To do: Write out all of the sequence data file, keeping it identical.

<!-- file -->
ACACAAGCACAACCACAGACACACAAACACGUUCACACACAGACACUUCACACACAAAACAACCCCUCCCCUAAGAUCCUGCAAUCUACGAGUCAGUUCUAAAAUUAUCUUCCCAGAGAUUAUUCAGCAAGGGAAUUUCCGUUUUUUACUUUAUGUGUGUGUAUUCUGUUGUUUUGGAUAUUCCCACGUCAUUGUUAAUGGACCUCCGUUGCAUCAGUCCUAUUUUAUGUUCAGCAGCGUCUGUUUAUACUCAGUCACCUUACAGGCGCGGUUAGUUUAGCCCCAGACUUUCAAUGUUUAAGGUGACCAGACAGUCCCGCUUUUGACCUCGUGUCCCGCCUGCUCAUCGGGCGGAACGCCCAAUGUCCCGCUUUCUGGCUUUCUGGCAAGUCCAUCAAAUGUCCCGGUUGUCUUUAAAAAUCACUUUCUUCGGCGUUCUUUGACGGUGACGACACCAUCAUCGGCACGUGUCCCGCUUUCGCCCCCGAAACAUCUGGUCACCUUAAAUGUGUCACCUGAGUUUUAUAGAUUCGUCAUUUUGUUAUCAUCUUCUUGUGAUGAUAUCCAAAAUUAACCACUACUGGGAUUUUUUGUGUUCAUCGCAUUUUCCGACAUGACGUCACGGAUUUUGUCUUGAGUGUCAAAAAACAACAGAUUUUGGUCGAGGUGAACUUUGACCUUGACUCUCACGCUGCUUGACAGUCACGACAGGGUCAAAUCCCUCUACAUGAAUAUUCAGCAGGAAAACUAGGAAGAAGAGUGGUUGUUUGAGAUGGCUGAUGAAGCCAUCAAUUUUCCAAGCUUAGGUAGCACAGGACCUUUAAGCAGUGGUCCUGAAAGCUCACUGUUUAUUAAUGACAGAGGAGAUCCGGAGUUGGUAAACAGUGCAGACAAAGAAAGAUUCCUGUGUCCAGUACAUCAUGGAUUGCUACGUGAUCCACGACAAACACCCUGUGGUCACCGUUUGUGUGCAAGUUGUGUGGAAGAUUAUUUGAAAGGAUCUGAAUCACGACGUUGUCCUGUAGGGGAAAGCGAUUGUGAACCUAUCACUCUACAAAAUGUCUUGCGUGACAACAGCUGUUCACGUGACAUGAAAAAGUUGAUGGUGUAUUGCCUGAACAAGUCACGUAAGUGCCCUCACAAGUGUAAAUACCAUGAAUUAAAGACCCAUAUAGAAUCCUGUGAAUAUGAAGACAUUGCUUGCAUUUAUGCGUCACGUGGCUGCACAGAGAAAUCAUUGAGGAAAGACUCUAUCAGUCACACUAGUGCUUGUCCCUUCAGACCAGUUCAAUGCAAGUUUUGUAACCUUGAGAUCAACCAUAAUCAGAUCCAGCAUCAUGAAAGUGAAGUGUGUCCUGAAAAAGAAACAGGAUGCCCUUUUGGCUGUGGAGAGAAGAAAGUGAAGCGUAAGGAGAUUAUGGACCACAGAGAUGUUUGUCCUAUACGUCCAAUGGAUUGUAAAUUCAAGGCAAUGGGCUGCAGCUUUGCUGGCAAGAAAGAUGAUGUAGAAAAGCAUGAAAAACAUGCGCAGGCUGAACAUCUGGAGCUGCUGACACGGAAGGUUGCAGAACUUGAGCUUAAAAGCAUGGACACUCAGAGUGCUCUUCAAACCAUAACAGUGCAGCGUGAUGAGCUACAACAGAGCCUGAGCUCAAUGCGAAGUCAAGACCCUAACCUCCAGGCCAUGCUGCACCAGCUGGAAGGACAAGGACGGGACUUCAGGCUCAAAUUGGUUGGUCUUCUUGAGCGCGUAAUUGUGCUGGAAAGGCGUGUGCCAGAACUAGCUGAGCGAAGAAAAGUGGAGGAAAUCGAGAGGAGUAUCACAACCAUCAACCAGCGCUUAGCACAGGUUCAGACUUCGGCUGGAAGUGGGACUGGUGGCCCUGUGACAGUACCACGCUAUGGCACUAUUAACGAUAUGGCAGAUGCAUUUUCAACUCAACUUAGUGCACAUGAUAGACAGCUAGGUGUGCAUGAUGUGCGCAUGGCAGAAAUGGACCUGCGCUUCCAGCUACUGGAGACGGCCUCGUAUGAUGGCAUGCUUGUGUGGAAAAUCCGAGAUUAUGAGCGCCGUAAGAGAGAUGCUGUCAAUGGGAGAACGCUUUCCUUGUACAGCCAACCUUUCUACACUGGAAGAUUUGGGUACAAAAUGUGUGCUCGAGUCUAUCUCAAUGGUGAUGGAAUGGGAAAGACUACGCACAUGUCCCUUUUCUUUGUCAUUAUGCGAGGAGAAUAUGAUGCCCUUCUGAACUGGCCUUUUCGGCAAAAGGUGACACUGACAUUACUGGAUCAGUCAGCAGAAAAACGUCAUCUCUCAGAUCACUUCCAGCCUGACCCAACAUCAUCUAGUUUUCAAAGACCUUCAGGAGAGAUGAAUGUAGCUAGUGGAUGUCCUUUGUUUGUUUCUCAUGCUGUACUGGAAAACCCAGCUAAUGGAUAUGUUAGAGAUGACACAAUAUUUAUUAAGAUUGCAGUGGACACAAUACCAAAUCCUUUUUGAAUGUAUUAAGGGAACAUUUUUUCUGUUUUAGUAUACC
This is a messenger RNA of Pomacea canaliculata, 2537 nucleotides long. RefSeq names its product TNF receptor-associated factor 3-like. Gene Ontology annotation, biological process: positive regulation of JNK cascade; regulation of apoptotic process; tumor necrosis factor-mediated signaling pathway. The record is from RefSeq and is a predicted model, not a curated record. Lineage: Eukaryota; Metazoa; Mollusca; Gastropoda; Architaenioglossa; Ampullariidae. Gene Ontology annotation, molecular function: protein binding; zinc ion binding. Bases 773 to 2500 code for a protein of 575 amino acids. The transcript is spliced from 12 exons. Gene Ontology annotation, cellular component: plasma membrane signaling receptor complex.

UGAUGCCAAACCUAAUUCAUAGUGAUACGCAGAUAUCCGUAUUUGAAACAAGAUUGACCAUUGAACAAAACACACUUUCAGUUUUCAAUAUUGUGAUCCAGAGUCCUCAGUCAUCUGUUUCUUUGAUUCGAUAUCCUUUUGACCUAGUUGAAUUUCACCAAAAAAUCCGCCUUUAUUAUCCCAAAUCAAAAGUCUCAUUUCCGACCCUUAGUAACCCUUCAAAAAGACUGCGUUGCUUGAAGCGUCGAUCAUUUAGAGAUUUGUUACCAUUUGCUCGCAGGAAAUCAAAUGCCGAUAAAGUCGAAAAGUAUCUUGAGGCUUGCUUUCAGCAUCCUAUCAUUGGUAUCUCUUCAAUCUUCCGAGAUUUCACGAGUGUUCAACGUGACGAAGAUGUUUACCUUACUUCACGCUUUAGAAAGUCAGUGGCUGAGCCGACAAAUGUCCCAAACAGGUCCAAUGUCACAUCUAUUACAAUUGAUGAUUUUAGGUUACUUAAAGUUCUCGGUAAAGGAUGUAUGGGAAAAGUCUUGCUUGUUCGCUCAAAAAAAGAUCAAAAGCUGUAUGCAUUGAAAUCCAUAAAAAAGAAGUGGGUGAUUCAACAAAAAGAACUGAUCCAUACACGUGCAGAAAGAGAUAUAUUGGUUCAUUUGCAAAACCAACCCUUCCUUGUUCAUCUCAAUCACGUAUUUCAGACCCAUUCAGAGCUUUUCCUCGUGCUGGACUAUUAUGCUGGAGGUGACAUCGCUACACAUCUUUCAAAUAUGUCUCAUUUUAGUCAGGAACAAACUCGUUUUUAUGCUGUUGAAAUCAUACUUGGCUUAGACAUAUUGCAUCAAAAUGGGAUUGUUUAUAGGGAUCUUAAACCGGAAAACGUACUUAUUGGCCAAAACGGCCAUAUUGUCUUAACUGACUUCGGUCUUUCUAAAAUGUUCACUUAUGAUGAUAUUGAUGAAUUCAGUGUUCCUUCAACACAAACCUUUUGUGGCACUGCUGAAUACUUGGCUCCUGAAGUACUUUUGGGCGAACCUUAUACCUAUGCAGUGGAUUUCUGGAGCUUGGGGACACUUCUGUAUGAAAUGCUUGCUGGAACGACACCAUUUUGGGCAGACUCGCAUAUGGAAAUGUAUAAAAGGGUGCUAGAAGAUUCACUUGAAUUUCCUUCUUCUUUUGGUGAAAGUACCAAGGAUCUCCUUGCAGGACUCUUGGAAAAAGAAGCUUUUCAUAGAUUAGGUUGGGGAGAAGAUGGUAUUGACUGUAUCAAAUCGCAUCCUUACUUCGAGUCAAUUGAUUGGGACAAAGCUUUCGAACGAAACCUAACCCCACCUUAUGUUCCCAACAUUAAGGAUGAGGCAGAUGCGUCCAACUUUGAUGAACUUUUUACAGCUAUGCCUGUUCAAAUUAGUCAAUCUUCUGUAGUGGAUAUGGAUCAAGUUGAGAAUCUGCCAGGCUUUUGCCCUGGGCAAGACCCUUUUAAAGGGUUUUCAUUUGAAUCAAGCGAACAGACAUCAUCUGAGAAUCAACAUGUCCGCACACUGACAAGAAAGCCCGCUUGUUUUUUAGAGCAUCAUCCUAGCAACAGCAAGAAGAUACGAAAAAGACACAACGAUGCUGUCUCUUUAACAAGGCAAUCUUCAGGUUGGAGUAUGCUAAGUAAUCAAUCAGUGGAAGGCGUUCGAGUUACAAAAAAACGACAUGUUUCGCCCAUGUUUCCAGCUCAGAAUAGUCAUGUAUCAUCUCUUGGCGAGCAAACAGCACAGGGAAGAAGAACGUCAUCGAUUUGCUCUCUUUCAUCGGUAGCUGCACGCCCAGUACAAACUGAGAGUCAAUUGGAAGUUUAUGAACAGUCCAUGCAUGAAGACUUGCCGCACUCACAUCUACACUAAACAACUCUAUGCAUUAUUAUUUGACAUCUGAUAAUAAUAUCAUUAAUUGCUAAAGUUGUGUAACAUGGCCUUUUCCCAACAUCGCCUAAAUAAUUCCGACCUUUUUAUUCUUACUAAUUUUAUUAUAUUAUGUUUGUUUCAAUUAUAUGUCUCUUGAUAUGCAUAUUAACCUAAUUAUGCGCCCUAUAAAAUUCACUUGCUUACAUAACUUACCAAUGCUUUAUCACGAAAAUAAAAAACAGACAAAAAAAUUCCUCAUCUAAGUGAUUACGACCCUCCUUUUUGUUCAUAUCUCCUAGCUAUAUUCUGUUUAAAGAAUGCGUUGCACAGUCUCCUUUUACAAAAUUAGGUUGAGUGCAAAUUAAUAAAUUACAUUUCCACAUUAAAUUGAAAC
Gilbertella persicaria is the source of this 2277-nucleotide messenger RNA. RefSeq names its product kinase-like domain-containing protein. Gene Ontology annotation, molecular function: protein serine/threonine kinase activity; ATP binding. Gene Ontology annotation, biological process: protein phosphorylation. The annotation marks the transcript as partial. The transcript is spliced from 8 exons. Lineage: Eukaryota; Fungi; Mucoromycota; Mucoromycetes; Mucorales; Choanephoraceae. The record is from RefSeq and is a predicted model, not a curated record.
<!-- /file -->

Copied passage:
ACACAAGCACAACCACAGACACACAAACACGUUCACACACAGACACUUCACACACAAAACAACCCCUCCCCUAAGAUCCUGCAAUCUACGAGUCAGUUCUAAAAUUAUCUUCCCAGAGAUUAUUCAGCAAGGGAAUUUCCGUUUUUUACUUUAUGUGUGUGUAUUCUGUUGUUUUGGAUAUUCCCACGUCAUUGUUAAUGGACCUCCGUUGCAUCAGUCCUAUUUUAUGUUCAGCAGCGUCUGUUUAUACUCAGUCACCUUACAGGCGCGGUUAGUUUAGCCCCAGACUUUCAAUGUUUAAGGUGACCAGACAGUCCCGCUUUUGACCUCGUGUCCCGCCUGCUCAUCGGGCGGAACGCCCAAUGUCCCGCUUUCUGGCUUUCUGGCAAGUCCAUCAAAUGUCCCGGUUGUCUUUAAAAAUCACUUUCUUCGGCGUUCUUUGACGGUGACGACACCAUCAUCGGCACGUGUCCCGCUUUCGCCCCCGAAACAUCUGGUCACCUUAAAUGUGUCACCUGAGUUUUAUAGAUUCGUCAUUUUGUUAUCAUCUUCUUGUGAUGAUAUCCAAAAUUAACCACUACUGGGAUUUUUUGUGUUCAUCGCAUUUUCCGACAUGACGUCACGGAUUUUGUCUUGAGUGUCAAAAAACAACAGAUUUUGGUCGAGGUGAACUUUGACCUUGACUCUCACGCUGCUUGACAGUCACGACAGGGUCAAAUCCCUCUACAUGAAUAUUCAGCAGGAAAACUAGGAAGAAGAGUGGUUGUUUGAGAUGGCUGAUGAAGCCAUCAAUUUUCCAAGCUUAGGUAGCACAGGACCUUUAAGCAGUGGUCCUGAAAGCUCACUGUUUAUUAAUGACAGAGGAGAUCCGGAGUUGGUAAACAGUGCAGACAAAGAAAGAUUCCUGUGUCCAGUACAUCAUGGAUUGCUACGUGAUCCACGACAAACACCCUGUGGUCACCGUUUGUGUGCAAGUUGUGUGGAAGAUUAUUUGAAAGGAUCUGAAUCACGACGUUGUCCUGUAGGGGAAAGCGAUUGUGAACCUAUCACUCUACAAAAUGUCUUGCGUGACAACAGCUGUUCACGUGACAUGAAAAAGUUGAUGGUGUAUUGCCUGAACAAGUCACGUAAGUGCCCUCACAAGUGUAAAUACCAUGAAUUAAAGACCCAUAUAGAAUCCUGUGAAUAUGAAGACAUUGCUUGCAUUUAUGCGUCACGUGGCUGCACAGAGAAAUCAUUGAGGAAAGACUCUAUCAGUCACACUAGUGCUUGUCCCUUCAGACCAGUUCAAUGCAAGUUUUGUAACCUUGAGAUCAACCAUAAUCAGAUCCAGCAUCAUGAAAGUGAAGUGUGUCCUGAAAAAGAAACAGGAUGCCCUUUUGGCUGUGGAGAGAAGAAAGUGAAGCGUAAGGAGAUUAUGGACCACAGAGAUGUUUGUCCUAUACGUCCAAUGGAUUGUAAAUUCAAGGCAAUGGGCUGCAGCUUUGCUGGCAAGAAAGAUGAUGUAGAAAAGCAUGAAAAACAUGCGCAGGCUGAACAUCUGGAGCUGCUGACACGGAAGGUUGCAGAACUUGAGCUUAAAAGCAUGGACACUCAGAGUGCUCUUCAAACCAUAACAGUGCAGCGUGAUGAGCUACAACAGAGCCUGAGCUCAAUGCGAAGUCAAGACCCUAACCUCCAGGCCAUGCUGCACCAGCUGGAAGGACAAGGACGGGACUUCAGGCUCAAAUUGGUUGGUCUUCUUGAGCGCGUAAUUGUGCUGGAAAGGCGUGUGCCAGAACUAGCUGAGCGAAGAAAAGUGGAGGAAAUCGAGAGGAGUAUCACAACCAUCAACCAGCGCUUAGCACAGGUUCAGACUUCGGCUGGAAGUGGGACUGGUGGCCCUGUGACAGUACCACGCUAUGGCACUAUUAACGAUAUGGCAGAUGCAUUUUCAACUCAACUUAGUGCACAUGAUAGACAGCUAGGUGUGCAUGAUGUGCGCAUGGCAGAAAUGGACCUGCGCUUCCAGCUACUGGAGACGGCCUCGUAUGAUGGCAUGCUUGUGUGGAAAAUCCGAGAUUAUGAGCGCCGUAAGAGAGAUGCUGUCAAUGGGAGAACGCUUUCCUUGUACAGCCAACCUUUCUACACUGGAAGAUUUGGGUACAAAAUGUGUGCUCGAGUCUAUCUCAAUGGUGAUGGAAUGGGAAAGACUACGCACAUGUCCCUUUUCUUUGUCAUUAUGCGAGGAGAAUAUGAUGCCCUUCUGAACUGGCCUUUUCGGCAAAAGGUGACACUGACAUUACUGGAUCAGUCAGCAGAAAAACGUCAUCUCUCAGAUCACUUCCAGCCUGACCCAACAUCAUCUAGUUUUCAAAGACCUUCAGGAGAGAUGAAUGUAGCUAGUGGAUGUCCUUUGUUUGUUUCUCAUGCUGUACUGGAAAACCCAGCUAAUGGAUAUGUUAGAGAUGACACAAUAUUUAUUAAGAUUGCAGUGGACACAAUACCAAAUCCUUUUUGAAUGUAUUAAGGGAACAUUUUUUCUGUUUUAGUAUACC
This is a messenger RNA of Pomacea canaliculata, 2537 nucleotides long. RefSeq names its product TNF receptor-associated factor 3-like. Gene Ontology annotation, biological process: positive regulation of JNK cascade; regulation of apoptotic process; tumor necrosis factor-mediated signaling pathway. The record is from RefSeq and is a predicted model, not a curated record. Lineage: Eukaryota; Metazoa; Mollusca; Gastropoda; Architaenioglossa; Ampullariidae. Gene Ontology annotation, molecular function: protein binding; zinc ion binding. Bases 773 to 2500 code for a protein of 575 amino acids. The transcript is spliced from 12 exons. Gene Ontology annotation, cellular component: plasma membrane signaling receptor complex.

UGAUGCCAAACCUAAUUCAUAGUGAUACGCAGAUAUCCGUAUUUGAAACAAGAUUGACCAUUGAACAAAACACACUUUCAGUUUUCAAUAUUGUGAUCCAGAGUCCUCAGUCAUCUGUUUCUUUGAUUCGAUAUCCUUUUGACCUAGUUGAAUUUCACCAAAAAAUCCGCCUUUAUUAUCCCAAAUCAAAAGUCUCAUUUCCGACCCUUAGUAACCCUUCAAAAAGACUGCGUUGCUUGAAGCGUCGAUCAUUUAGAGAUUUGUUACCAUUUGCUCGCAGGAAAUCAAAUGCCGAUAAAGUCGAAAAGUAUCUUGAGGCUUGCUUUCAGCAUCCUAUCAUUGGUAUCUCUUCAAUCUUCCGAGAUUUCACGAGUGUUCAACGUGACGAAGAUGUUUACCUUACUUCACGCUUUAGAAAGUCAGUGGCUGAGCCGACAAAUGUCCCAAACAGGUCCAAUGUCACAUCUAUUACAAUUGAUGAUUUUAGGUUACUUAAAGUUCUCGGUAAAGGAUGUAUGGGAAAAGUCUUGCUUGUUCGCUCAAAAAAAGAUCAAAAGCUGUAUGCAUUGAAAUCCAUAAAAAAGAAGUGGGUGAUUCAACAAAAAGAACUGAUCCAUACACGUGCAGAAAGAGAUAUAUUGGUUCAUUUGCAAAACCAACCCUUCCUUGUUCAUCUCAAUCACGUAUUUCAGACCCAUUCAGAGCUUUUCCUCGUGCUGGACUAUUAUGCUGGAGGUGACAUCGCUACACAUCUUUCAAAUAUGUCUCAUUUUAGUCAGGAACAAACUCGUUUUUAUGCUGUUGAAAUCAUACUUGGCUUAGACAUAUUGCAUCAAAAUGGGAUUGUUUAUAGGGAUCUUAAACCGGAAAACGUACUUAUUGGCCAAAACGGCCAUAUUGUCUUAACUGACUUCGGUCUUUCUAAAAUGUUCACUUAUGAUGAUAUUGAUGAAUUCAGUGUUCCUUCAACACAAACCUUUUGUGGCACUGCUGAAUACUUGGCUCCUGAAGUACUUUUGGGCGAACCUUAUACCUAUGCAGUGGAUUUCUGGAGCUUGGGGACACUUCUGUAUGAAAUGCUUGCUGGAACGACACCAUUUUGGGCAGACUCGCAUAUGGAAAUGUAUAAAAGGGUGCUAGAAGAUUCACUUGAAUUUCCUUCUUCUUUUGGUGAAAGUACCAAGGAUCUCCUUGCAGGACUCUUGGAAAAAGAAGCUUUUCAUAGAUUAGGUUGGGGAGAAGAUGGUAUUGACUGUAUCAAAUCGCAUCCUUACUUCGAGUCAAUUGAUUGGGACAAAGCUUUCGAACGAAACCUAACCCCACCUUAUGUUCCCAACAUUAAGGAUGAGGCAGAUGCGUCCAACUUUGAUGAACUUUUUACAGCUAUGCCUGUUCAAAUUAGUCAAUCUUCUGUAGUGGAUAUGGAUCAAGUUGAGAAUCUGCCAGGCUUUUGCCCUGGGCAAGACCCUUUUAAAGGGUUUUCAUUUGAAUCAAGCGAACAGACAUCAUCUGAGAAUCAACAUGUCCGCACACUGACAAGAAAGCCCGCUUGUUUUUUAGAGCAUCAUCCUAGCAACAGCAAGAAGAUACGAAAAAGACACAACGAUGCUGUCUCUUUAACAAGGCAAUCUUCAGGUUGGAGUAUGCUAAGUAAUCAAUCAGUGGAAGGCGUUCGAGUUACAAAAAAACGACAUGUUUCGCCCAUGUUUCCAGCUCAGAAUAGUCAUGUAUCAUCUCUUGGCGAGCAAACAGCACAGGGAAGAAGAACGUCAUCGAUUUGCUCUCUUUCAUCGGUAGCUGCACGCCCAGUACAAACUGAGAGUCAAUUGGAAGUUUAUGAACAGUCCAUGCAUGAAGACUUGCCGCACUCACAUCUACACUAAACAACUCUAUGCAUUAUUAUUUGACAUCUGAUAAUAAUAUCAUUAAUUGCUAAAGUUGUGUAACAUGGCCUUUUCCCAACAUCGCCUAAAUAAUUCCGACCUUUUUAUUCUUACUAAUUUUAUUAUAUUAUGUUUGUUUCAAUUAUAUGUCUCUUGAUAUGCAUAUUAACCUAAUUAUGCGCCCUAUAAAAUUCACUUGCUUACAUAACUUACCAAUGCUUUAUCACGAAAAUAAAAAACAGACAAAAAAAUUCCUCAUCUAAGUGAUUACGACCCUCCUUUUUGUUCAUAUCUCCUAGCUAUAUUCUGUUUAAAGAAUGCGUUGCACAGUCUCCUUUUACAAAAUUAGGUUGAGUGCAAAUUAAUAAAUUACAUUUCCACAUUAAAUUGAAAC
Gilbertella persicaria is the source of this 2277-nucleotide messenger RNA. RefSeq names its product kinase-like domain-containing protein. Gene Ontology annotation, molecular function: protein serine/threonine kinase activity; ATP binding. Gene Ontology annotation, biological process: protein phosphorylation. The annotation marks the transcript as partial. The transcript is spliced from 8 exons. Lineage: Eukaryota; Fungi; Mucoromycota; Mucoromycetes; Mucorales; Choanephoraceae. The record is from RefSeq and is a predicted model, not a curated record.